• Baked sweet potatoes (you can make these ahead of time and reheat in the microwave)
  • Mixed salad greens with goat cheese, pears, and toasted pecans with light balsamic vinaigrette
  • Ciabatta rolls with a few teaspoons olive oil for dipping

If you think ahead, defrost the chicken breasts, then lightly pound to tenderize them, and toss them into a Ziploc bag with some light salad dressing or a mixture of citrus juices plus a few herbs.

If you haven't marinated the breasts, baste them with barbeque or grilling sauce before grilling. Slow-roasted sweet potatoes are so sweet and delicious they need nothing more than a sprinkle of salt and pepper.

Quick Meal No. 3: Roasted Pecan Salmon

This menu for this healthy meal includes:

  • Roasted pecan salmon
  • Grilled asparagus
  • Steamed new potatoes with parsley and a dollop of fat-free sour cream
  • Mixed greens with avocado, grape tomatoes, black beans, and a light dressing

This is a company-worthy menu, but salmon is so readily available, so healthy, and freezes so well that we eat it at least once a week. Here are some other ideas for salmon or any fish: Top with a salsa, or make a teriyaki or balsamic glaze to pour over the fish after it is cooked.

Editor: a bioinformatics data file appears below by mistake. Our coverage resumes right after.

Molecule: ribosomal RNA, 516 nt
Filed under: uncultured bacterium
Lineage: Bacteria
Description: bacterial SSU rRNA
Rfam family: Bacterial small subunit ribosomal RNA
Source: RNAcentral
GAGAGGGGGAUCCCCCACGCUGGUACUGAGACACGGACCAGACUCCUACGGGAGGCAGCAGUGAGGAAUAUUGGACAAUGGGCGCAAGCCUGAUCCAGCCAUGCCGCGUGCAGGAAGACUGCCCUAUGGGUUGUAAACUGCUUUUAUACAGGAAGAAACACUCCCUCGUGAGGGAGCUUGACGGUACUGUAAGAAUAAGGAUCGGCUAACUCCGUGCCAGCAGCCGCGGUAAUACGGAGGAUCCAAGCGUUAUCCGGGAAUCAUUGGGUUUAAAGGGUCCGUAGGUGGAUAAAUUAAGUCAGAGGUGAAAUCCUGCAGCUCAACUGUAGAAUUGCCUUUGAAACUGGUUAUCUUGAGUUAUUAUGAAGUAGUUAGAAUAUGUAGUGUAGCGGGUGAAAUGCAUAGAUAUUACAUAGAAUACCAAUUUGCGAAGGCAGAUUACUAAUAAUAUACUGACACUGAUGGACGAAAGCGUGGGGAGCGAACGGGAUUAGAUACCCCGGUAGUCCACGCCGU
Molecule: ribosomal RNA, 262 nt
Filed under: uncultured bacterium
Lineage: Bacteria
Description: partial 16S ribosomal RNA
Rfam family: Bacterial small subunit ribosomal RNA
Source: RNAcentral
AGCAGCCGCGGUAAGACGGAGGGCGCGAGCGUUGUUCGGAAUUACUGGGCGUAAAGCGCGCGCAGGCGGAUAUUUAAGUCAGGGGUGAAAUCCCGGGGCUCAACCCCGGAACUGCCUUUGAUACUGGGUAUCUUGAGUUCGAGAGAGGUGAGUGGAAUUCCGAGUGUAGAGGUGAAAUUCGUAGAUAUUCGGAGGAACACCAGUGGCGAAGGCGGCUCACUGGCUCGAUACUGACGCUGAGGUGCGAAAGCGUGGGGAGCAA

Quick Meal No. 4: Grilled Port Tenderloin

Here's the menu for this speedy but satisfying meal:

  • Grilled pork tenderloin
  • Sugar snap peas (you can steam or microwave)
  • Couscous with veggies
  • Caesar salad with chopped apples and a light dressing

As with the chicken, you can defrost the pork tenderloin ahead of time and marinate it in a teriyaki or any kind of light salad dressing. Otherwise, baste it with equal parts honey and mustard or a store-bought marinade before you grill.

For the couscous, I saute whatever vegetables I have on hand (mushrooms, red peppers, and squash are a yummy combination) and toss into the couscous when cooked. Voila! Another easy meal.

Quick Meal No. 5: Pasta With Vegetables

This just might be the fastest and easiest option of all:

  • Pasta with veggies and optional meat
  • Broccoli slaw salad with toasted sesame seeds, slivered almonds, scallions, Mandarin oranges, and a light vinaigrette.
  • Whole-wheat rolls

For this weekly empty-the-vegetable-bin dish, I toss a variety of lightly steamed veggies with pasta or Israeli couscous (pearl pasta). Sometimes I also add leftover chicken or fish. Then I top with a little goat, feta, or Parmesan cheese. The sauce is either a simple drizzle of olive oil or a dry-packaged sauce (such as Knorr garlic cream sauce) that I make with skim milk and no any extra fat.

Published February 16, 2006.